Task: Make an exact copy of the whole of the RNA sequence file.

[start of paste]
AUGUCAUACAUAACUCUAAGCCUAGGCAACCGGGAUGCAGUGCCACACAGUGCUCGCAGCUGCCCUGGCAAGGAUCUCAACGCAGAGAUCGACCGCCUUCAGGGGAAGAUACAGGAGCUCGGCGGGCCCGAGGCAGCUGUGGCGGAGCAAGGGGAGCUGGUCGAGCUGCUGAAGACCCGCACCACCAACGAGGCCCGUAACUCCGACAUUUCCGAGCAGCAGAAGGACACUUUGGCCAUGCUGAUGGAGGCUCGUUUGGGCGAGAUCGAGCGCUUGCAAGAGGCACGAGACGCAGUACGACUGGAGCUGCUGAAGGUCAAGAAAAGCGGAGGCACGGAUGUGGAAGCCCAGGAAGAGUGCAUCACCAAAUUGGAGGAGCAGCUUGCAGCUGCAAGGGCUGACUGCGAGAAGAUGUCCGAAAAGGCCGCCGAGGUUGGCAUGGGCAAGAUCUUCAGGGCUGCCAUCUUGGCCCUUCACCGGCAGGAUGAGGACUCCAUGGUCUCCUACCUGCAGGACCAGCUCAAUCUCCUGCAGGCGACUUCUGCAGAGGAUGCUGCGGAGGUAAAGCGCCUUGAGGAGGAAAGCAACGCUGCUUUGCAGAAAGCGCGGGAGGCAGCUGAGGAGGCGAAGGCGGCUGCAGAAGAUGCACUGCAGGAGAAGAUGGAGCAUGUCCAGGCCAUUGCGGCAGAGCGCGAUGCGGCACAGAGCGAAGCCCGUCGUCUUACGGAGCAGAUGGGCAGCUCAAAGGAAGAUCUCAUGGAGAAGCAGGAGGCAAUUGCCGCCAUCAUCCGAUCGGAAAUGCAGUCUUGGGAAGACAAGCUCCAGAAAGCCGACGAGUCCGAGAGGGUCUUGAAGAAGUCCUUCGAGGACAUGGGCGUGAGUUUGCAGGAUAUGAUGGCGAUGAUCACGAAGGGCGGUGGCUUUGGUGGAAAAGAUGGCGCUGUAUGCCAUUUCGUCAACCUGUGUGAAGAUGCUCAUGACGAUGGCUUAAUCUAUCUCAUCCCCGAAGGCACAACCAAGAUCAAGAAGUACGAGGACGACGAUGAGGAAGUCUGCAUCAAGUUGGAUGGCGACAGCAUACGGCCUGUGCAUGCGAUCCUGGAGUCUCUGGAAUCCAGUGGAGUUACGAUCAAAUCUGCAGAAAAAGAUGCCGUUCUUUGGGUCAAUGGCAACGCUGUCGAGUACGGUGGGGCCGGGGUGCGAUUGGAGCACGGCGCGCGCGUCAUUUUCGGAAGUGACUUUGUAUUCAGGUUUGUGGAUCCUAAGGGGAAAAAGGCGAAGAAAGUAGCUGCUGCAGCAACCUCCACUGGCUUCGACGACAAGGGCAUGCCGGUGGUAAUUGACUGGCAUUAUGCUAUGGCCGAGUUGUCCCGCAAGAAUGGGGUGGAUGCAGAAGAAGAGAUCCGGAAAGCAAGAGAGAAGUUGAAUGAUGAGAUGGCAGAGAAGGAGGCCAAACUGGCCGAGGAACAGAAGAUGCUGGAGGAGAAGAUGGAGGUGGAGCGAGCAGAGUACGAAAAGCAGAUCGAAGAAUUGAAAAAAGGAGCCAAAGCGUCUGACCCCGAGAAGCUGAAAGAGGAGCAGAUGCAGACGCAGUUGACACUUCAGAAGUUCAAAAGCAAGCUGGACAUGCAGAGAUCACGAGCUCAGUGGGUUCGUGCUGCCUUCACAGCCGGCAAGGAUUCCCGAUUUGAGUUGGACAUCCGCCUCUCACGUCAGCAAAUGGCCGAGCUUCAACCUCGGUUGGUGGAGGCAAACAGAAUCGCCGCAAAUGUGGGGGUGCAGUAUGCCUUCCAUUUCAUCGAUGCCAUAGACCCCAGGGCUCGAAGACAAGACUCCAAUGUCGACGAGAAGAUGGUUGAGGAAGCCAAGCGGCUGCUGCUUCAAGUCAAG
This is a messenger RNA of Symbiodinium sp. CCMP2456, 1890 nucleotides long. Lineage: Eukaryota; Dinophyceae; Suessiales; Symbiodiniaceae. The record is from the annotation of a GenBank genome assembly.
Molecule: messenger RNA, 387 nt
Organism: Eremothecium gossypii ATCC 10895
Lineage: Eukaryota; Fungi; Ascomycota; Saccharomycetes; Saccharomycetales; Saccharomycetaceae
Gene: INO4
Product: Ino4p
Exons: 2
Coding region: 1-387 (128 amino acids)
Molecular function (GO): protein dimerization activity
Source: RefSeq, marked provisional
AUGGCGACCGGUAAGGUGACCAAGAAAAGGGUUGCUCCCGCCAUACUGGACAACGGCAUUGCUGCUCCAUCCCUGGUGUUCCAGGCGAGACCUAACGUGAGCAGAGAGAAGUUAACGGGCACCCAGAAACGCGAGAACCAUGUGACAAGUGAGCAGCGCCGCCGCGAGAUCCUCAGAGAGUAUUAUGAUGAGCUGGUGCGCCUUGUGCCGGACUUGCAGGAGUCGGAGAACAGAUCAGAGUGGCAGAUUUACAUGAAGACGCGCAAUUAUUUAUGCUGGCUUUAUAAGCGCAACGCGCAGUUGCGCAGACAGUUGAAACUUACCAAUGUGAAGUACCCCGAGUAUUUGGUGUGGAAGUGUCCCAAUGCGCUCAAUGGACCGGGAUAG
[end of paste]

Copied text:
AUGUCAUACAUAACUCUAAGCCUAGGCAACCGGGAUGCAGUGCCACACAGUGCUCGCAGCUGCCCUGGCAAGGAUCUCAACGCAGAGAUCGACCGCCUUCAGGGGAAGAUACAGGAGCUCGGCGGGCCCGAGGCAGCUGUGGCGGAGCAAGGGGAGCUGGUCGAGCUGCUGAAGACCCGCACCACCAACGAGGCCCGUAACUCCGACAUUUCCGAGCAGCAGAAGGACACUUUGGCCAUGCUGAUGGAGGCUCGUUUGGGCGAGAUCGAGCGCUUGCAAGAGGCACGAGACGCAGUACGACUGGAGCUGCUGAAGGUCAAGAAAAGCGGAGGCACGGAUGUGGAAGCCCAGGAAGAGUGCAUCACCAAAUUGGAGGAGCAGCUUGCAGCUGCAAGGGCUGACUGCGAGAAGAUGUCCGAAAAGGCCGCCGAGGUUGGCAUGGGCAAGAUCUUCAGGGCUGCCAUCUUGGCCCUUCACCGGCAGGAUGAGGACUCCAUGGUCUCCUACCUGCAGGACCAGCUCAAUCUCCUGCAGGCGACUUCUGCAGAGGAUGCUGCGGAGGUAAAGCGCCUUGAGGAGGAAAGCAACGCUGCUUUGCAGAAAGCGCGGGAGGCAGCUGAGGAGGCGAAGGCGGCUGCAGAAGAUGCACUGCAGGAGAAGAUGGAGCAUGUCCAGGCCAUUGCGGCAGAGCGCGAUGCGGCACAGAGCGAAGCCCGUCGUCUUACGGAGCAGAUGGGCAGCUCAAAGGAAGAUCUCAUGGAGAAGCAGGAGGCAAUUGCCGCCAUCAUCCGAUCGGAAAUGCAGUCUUGGGAAGACAAGCUCCAGAAAGCCGACGAGUCCGAGAGGGUCUUGAAGAAGUCCUUCGAGGACAUGGGCGUGAGUUUGCAGGAUAUGAUGGCGAUGAUCACGAAGGGCGGUGGCUUUGGUGGAAAAGAUGGCGCUGUAUGCCAUUUCGUCAACCUGUGUGAAGAUGCUCAUGACGAUGGCUUAAUCUAUCUCAUCCCCGAAGGCACAACCAAGAUCAAGAAGUACGAGGACGACGAUGAGGAAGUCUGCAUCAAGUUGGAUGGCGACAGCAUACGGCCUGUGCAUGCGAUCCUGGAGUCUCUGGAAUCCAGUGGAGUUACGAUCAAAUCUGCAGAAAAAGAUGCCGUUCUUUGGGUCAAUGGCAACGCUGUCGAGUACGGUGGGGCCGGGGUGCGAUUGGAGCACGGCGCGCGCGUCAUUUUCGGAAGUGACUUUGUAUUCAGGUUUGUGGAUCCUAAGGGGAAAAAGGCGAAGAAAGUAGCUGCUGCAGCAACCUCCACUGGCUUCGACGACAAGGGCAUGCCGGUGGUAAUUGACUGGCAUUAUGCUAUGGCCGAGUUGUCCCGCAAGAAUGGGGUGGAUGCAGAAGAAGAGAUCCGGAAAGCAAGAGAGAAGUUGAAUGAUGAGAUGGCAGAGAAGGAGGCCAAACUGGCCGAGGAACAGAAGAUGCUGGAGGAGAAGAUGGAGGUGGAGCGAGCAGAGUACGAAAAGCAGAUCGAAGAAUUGAAAAAAGGAGCCAAAGCGUCUGACCCCGAGAAGCUGAAAGAGGAGCAGAUGCAGACGCAGUUGACACUUCAGAAGUUCAAAAGCAAGCUGGACAUGCAGAGAUCACGAGCUCAGUGGGUUCGUGCUGCCUUCACAGCCGGCAAGGAUUCCCGAUUUGAGUUGGACAUCCGCCUCUCACGUCAGCAAAUGGCCGAGCUUCAACCUCGGUUGGUGGAGGCAAACAGAAUCGCCGCAAAUGUGGGGGUGCAGUAUGCCUUCCAUUUCAUCGAUGCCAUAGACCCCAGGGCUCGAAGACAAGACUCCAAUGUCGACGAGAAGAUGGUUGAGGAAGCCAAGCGGCUGCUGCUUCAAGUCAAG
This is a messenger RNA of Symbiodinium sp. CCMP2456, 1890 nucleotides long. Lineage: Eukaryota; Dinophyceae; Suessiales; Symbiodiniaceae. The record is from the annotation of a GenBank genome assembly.
Molecule: messenger RNA, 387 nt
Organism: Eremothecium gossypii ATCC 10895
Lineage: Eukaryota; Fungi; Ascomycota; Saccharomycetes; Saccharomycetales; Saccharomycetaceae
Gene: INO4
Product: Ino4p
Exons: 2
Coding region: 1-387 (128 amino acids)
Molecular function (GO): protein dimerization activity
Source: RefSeq, marked provisional
AUGGCGACCGGUAAGGUGACCAAGAAAAGGGUUGCUCCCGCCAUACUGGACAACGGCAUUGCUGCUCCAUCCCUGGUGUUCCAGGCGAGACCUAACGUGAGCAGAGAGAAGUUAACGGGCACCCAGAAACGCGAGAACCAUGUGACAAGUGAGCAGCGCCGCCGCGAGAUCCUCAGAGAGUAUUAUGAUGAGCUGGUGCGCCUUGUGCCGGACUUGCAGGAGUCGGAGAACAGAUCAGAGUGGCAGAUUUACAUGAAGACGCGCAAUUAUUUAUGCUGGCUUUAUAAGCGCAACGCGCAGUUGCGCAGACAGUUGAAACUUACCAAUGUGAAGUACCCCGAGUAUUUGGUGUGGAAGUGUCCCAAUGCGCUCAAUGGACCGGGAUAG